What Happened: All signs point to beauty booming. And yet, The Estée Lauder Companies posted lackluster results. The beauty giant, which owns brands like Le Labo, Tom Ford and Clinique, reported sales of $15.9 billion for the 12 months ending June 30, a 10 percent year-on-year decline, with net profit plummeting 58 percent to $1 billion.
The group attributed the sales decline to weaker-than-expected activity in the Chinese market, as tourism in the country has yet to return to pre-pandemic levels. The conglomerate reported that organic net sales fell 6 percent year on year, attributable to poor Asia travel retail performance in Hainan and South Korea.
Estée Lauder isn’t the only one struggling in Asia’s beauty market. With crackdowns on daigou, people who buy goods abroad to resell them in China to avoid taxes, beauty giants will have to be patient to fully reap the benefits of an otherwise vibrant beauty market.
The Jing Take: Estée Lauder attributes its disappointing results partly to a lack of tourists in the popular Hainan province, home to numerous resorts, with tourist consumption not yet fully bouncing back from Covid-19. Estée Lauder’s travel retail sales declined 34 percent year on year in fiscal year 2023.
The beauty industry is dealing with the fallout of the government’s crackdown on daigou, which has resurfaced as Chinese travelers venture abroad once again. Beiersdorf and L’Oréal also reported a dent in sales this month due to government controls on daigou.
However, L’Oréal and Estée Lauder are hopeful sales will turn around.
“Foreign customer numbers in Korean travel retail in January this year were five times greater than in January 2022, yet sales were -30% year-on-year,” Martin Moodie, Moodie Davitt Report, tells Jing Daily.
“The implication of these [daigou] changes are favorable for sustainable long-term growth, but certainly create significant short-term headwinds through the transition,” Estée Lauder CFO Tracey Travis said in an earnings call.
“The implication of these [daigou] changes are favorable for sustainable long-term growth, but certainly create significant short-term headwinds through the transition.”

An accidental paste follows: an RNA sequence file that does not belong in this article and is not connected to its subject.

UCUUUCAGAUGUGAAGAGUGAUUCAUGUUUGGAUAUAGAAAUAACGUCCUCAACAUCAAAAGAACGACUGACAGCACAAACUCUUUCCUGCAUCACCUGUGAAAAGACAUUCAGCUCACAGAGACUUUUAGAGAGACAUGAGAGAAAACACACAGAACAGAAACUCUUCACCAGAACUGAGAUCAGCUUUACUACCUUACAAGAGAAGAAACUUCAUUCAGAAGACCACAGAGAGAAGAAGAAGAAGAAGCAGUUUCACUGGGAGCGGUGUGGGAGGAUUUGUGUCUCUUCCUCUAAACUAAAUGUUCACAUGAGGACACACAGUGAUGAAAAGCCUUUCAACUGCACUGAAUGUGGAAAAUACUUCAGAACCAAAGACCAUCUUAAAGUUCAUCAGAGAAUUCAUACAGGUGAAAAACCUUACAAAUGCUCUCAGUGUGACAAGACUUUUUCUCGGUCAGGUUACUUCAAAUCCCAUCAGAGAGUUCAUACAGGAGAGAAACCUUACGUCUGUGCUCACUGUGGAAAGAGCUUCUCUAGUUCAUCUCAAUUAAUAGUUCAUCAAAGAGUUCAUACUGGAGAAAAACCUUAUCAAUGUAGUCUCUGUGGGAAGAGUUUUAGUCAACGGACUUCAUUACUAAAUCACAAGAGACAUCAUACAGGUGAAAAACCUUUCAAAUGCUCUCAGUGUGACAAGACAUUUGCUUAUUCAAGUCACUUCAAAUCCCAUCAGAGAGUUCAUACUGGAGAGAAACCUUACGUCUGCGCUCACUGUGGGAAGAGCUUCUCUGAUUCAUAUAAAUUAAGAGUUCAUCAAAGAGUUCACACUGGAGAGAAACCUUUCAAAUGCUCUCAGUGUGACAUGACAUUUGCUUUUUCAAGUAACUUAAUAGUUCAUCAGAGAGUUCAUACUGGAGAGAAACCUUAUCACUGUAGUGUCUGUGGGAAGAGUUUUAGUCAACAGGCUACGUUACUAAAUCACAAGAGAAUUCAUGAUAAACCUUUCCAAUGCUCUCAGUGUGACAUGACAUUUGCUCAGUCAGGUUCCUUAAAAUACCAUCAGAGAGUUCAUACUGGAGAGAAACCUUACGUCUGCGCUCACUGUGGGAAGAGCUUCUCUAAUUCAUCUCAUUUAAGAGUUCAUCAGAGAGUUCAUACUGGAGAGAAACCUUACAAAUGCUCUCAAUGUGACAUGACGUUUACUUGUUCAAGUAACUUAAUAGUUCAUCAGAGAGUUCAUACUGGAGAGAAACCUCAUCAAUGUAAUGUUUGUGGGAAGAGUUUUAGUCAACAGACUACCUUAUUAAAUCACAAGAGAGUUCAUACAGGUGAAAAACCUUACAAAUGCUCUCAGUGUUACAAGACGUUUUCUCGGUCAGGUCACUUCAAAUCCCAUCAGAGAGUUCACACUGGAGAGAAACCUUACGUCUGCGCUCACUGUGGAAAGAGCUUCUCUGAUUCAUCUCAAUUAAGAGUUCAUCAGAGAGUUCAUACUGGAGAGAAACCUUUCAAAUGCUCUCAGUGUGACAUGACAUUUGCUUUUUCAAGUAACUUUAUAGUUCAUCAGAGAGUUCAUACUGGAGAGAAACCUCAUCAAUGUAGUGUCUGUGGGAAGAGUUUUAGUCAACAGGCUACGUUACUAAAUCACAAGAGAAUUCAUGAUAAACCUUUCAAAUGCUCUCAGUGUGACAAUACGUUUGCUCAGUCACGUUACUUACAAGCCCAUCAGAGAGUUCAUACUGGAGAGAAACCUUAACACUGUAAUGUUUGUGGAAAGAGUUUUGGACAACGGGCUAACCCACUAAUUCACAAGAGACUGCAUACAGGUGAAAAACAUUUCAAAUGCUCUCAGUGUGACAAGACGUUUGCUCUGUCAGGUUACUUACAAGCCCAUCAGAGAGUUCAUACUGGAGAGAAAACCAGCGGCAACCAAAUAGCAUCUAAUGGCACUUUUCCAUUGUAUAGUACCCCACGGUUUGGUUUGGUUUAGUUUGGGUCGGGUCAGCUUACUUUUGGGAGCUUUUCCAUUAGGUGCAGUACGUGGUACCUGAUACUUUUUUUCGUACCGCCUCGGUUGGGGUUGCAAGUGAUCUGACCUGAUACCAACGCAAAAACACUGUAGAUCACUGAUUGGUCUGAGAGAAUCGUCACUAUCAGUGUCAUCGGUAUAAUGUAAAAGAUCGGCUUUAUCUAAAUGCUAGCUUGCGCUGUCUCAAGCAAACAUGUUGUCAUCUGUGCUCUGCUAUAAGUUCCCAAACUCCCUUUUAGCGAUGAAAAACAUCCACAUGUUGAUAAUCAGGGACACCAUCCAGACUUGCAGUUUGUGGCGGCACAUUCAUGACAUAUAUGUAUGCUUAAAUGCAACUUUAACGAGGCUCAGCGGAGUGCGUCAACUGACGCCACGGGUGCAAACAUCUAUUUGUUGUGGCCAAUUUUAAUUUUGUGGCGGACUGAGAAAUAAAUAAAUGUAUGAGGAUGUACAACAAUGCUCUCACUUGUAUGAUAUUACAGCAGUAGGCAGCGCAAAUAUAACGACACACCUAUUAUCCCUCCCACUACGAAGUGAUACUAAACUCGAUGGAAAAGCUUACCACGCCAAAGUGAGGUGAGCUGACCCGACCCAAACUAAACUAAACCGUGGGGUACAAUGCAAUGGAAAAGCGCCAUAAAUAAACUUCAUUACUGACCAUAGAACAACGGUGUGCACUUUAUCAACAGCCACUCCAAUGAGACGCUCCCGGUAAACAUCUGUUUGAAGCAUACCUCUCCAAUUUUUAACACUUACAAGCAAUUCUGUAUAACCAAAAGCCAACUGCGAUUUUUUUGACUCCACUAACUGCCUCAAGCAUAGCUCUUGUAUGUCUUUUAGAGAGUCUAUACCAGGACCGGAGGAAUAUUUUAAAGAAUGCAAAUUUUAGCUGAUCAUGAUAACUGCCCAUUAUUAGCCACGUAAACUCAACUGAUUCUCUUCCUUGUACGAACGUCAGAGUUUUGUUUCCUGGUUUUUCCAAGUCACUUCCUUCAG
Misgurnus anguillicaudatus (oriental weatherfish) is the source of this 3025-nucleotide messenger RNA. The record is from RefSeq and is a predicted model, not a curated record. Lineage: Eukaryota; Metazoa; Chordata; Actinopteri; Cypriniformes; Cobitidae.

And with a domestic travel surge on the horizon, luxury beauty brands may well benefit from an increase in tourism-boosted shopping in the near future. As local travelers look to personalize and enrich their travel experiences, Chinese KOLs like Kiki( @房琪kiki) are especially valuable figures for brands to partner with to promote their products or experiences. Chinese beauty brand Florasis recently partnered with Kiki to promote its new powder by highlighting its origins in Hangzhou.
And all was not down for Estée Lauder: The conglomerate reported fragrance sales growth across all regions. The group has been busy in this regard — Le Labo opened a new store in Shanghai this May, its first storefront in mainland China. The group also consolidated its ownership of the Tom Ford brand by purchasing the apparel arm of the brand in late 2022. Estée Lauder already owned the Tom Ford cosmetics line, whose fragrances like Lost Cherry and Bitter Peach have been recent blockbusters.
Estée Lauder and L’Oréal’s support of daigou crackdowns are bad for business in the short-term. But limiting those channels means preserving brand equity and desirability in the long run, as LVMH chairman and CEO Bernard Arnault acknowledged in a recent earnings call. Brand desirability is ultimately more valuable than a quick sales boost.
The Jing Take reports on a piece of the leading news and presents our editorial team’s analysis of the key implications for the luxury industry. In the recurring column, we analyze everything from product drops and mergers to heated debate sprouting on Chinese social media.